D.C.–area audiences are notorious for their too-free-and-easy awarding of standing ovations. But last night’s prolonged, enthusiastic, standing, whooping, hollering, response to Olney Theatre’s presentation of On the Town was as fully deserved as it could be. Every aspect of the exuberant 1944 Leonard Bernstein/Jerome Robbins/Adolph Comden/Betty Green collaboration was performed at a level of near-perfection.
The plot is simplicity itself. Three young sailors with a 24-hour liberty from their Navy ship seek to experience Manhattan – its sights, its ambiance, and most importantly, its girls – in their brief time ashore. They succeed in having the time of their lives.
In a show developed from a ballet – the Robbins/Bernstein Fancy Free – dance is the key element. The cast executes Tara Jeanne Vallee’s superb choreography with unstinting energy and precision, whether in large ensemble numbers like the “Times Square Ballet” that concludes Act 1 and the Act 2 nightclub scenes, smaller group scenes like the three sailors’ initial “New York, New York,” or intimate pieces like the “Lonely Town Pas de Deux” and Coney Island dream ballet between Gabey (Rhett Guter) and Ivy (Claire Rathbun). Rathbun’s balletic sensitivity is a highlight throughout, and Guter partners her beautifully. In this production, even seemingly casual moments – people walking across the stage as fast-paced New Yorkers or removing set pieces – are choreographed in keeping with the score and mood of the show.
Bernstein’s jazzy, varied score, together with the sometimes witty, sometimes sweet Comden/Green lyrics, is a treasure, far more than simply accompaniment for the dance. There are memorable character numbers, all well-sung, such as “I Can Cook Too,” belted by the sexually voracious Hildy (Tracy Lynn Olivera) as she pounces on Chip (Evan Casey); “Carried Away,” as the only slightly less voracious Claire De Loone (Rachel Zampelli) takes on Ozzie (Sam Ludwig); and Gabey’s wistful “Lonely Town.” There are moments of touching beauty and longing, such as the choral “Lonely Town” that opens Act 2 and the quartet “Some Other Time” near show’s end. Christopher Youstra’s on-stage orchestra does full justice to Bernstein’s music.
The characters outside the lead sextet make a strong impression as well. The strongest male voice in the cast belongs to Bobby Smith, playing Pitkin, Claire’s kissing-challenged beta-male fiancé. (Smith also appears as an over-the-top, ubiquitous nightclub emcee). Donna Migliaccio, always a versatile delight, starts the show as a dock worker singing a heartfelt “I Feel Like I’m Not Out of Bed Yet.” She later morphs into a complaining old lady; Ivy’s manipulative souse of a vocal teacher, Madame Dilly; and various nightclub singers. Suzanne Lane has a nice character bit as Lucy, Hildy’s sniffly roommate.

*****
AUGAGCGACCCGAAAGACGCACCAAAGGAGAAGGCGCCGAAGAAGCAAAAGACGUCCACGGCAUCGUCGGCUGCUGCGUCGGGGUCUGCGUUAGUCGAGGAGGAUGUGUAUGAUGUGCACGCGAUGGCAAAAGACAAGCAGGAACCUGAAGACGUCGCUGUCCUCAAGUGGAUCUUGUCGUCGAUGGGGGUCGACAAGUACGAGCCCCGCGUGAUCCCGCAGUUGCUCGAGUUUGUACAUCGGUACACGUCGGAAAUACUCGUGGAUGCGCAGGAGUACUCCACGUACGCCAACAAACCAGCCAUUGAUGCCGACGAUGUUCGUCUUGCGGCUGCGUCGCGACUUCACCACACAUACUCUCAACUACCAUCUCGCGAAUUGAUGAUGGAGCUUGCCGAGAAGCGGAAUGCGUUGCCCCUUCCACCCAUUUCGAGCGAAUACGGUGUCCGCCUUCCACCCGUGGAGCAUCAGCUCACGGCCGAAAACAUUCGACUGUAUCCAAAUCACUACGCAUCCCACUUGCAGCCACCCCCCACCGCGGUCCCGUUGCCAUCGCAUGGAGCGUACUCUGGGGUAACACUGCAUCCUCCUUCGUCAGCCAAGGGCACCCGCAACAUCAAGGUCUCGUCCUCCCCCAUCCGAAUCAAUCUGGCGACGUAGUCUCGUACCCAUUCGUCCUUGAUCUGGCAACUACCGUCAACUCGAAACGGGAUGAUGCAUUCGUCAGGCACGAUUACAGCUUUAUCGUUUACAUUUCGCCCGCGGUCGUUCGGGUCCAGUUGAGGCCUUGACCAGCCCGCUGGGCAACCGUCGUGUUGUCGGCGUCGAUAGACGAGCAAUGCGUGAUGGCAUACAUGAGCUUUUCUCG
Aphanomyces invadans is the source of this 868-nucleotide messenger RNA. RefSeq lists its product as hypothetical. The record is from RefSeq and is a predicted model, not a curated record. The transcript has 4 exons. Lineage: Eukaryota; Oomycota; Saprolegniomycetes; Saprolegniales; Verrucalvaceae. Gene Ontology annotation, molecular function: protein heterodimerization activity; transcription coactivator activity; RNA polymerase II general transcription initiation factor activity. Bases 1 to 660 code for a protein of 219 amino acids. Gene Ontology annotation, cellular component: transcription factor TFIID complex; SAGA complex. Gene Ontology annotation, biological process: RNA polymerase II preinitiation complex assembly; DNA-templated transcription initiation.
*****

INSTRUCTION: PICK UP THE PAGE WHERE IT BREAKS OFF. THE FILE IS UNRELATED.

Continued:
It is the production details that create the richness of the world in which a show’s characters live and move, and this production’s details are a source of constant enjoyment and wonder.
Like the lighting for a dance performance, Colin K. Bills’ complex, multi-hued design creates the setting for the movement. At times, the lighting seems part of the choreography, as when a nightclub sign blinks in perfect time to dancers’ hand claps. Bills provided some nice, quick, specials whenever Pitkin delivered his “I understand” mantra. A delightful feature of Roc Lee’s sound design was to give each of a group of characters trying to chase the sailors his or her own distinct sound, such as a police siren for the little old lady.
Because the stage must provide ample space for the dance numbers, On the Town cannot be a set-heavy show. But Court Watson’s three-level city silhouettes bracketing the orchestra provided an appropriate backdrop for the proceedings, and Watson used movable set pieces – my favorite was the light pink kitchen unit in Hildy’s apartment – to good effect in several scenes.
Rosemary Pardee’s costumes are a kaleidoscope, covering a wide swath of the color palette, expressing the swirling energy that pervades the show. They can impress with their simplicity – Ivy’s red dress stands out in one major ensemble dance number – or their showiness – Madame Dilly’s glittery outfit or nightclub dancers’ yellow tops and flouncy striped skirts. Even the briefest moments get treated with individual care, such as the leather boy outfits that are used once, for a few seconds, as two ensemble members move off a lighted palm tree. And, crucial for a dance-centered show, the costumes flow with the cast members’ movement.
On the Town, written when its creators were in their mid-20s, is all about youthful energy, sexual and otherwise, as its characters do their best to squeeze every bit of life out of their brief time in New York. (The older characters played by Smith and Migliaccio are treated less kindly, mostly as figures of fun). World War II is in the background, but the show’s sights are fixed on the joy of living this day, joy that the Olney production abundantly gives to the audience.
Running Time: Two hours and 35 minutes, including one 15-minute intermission.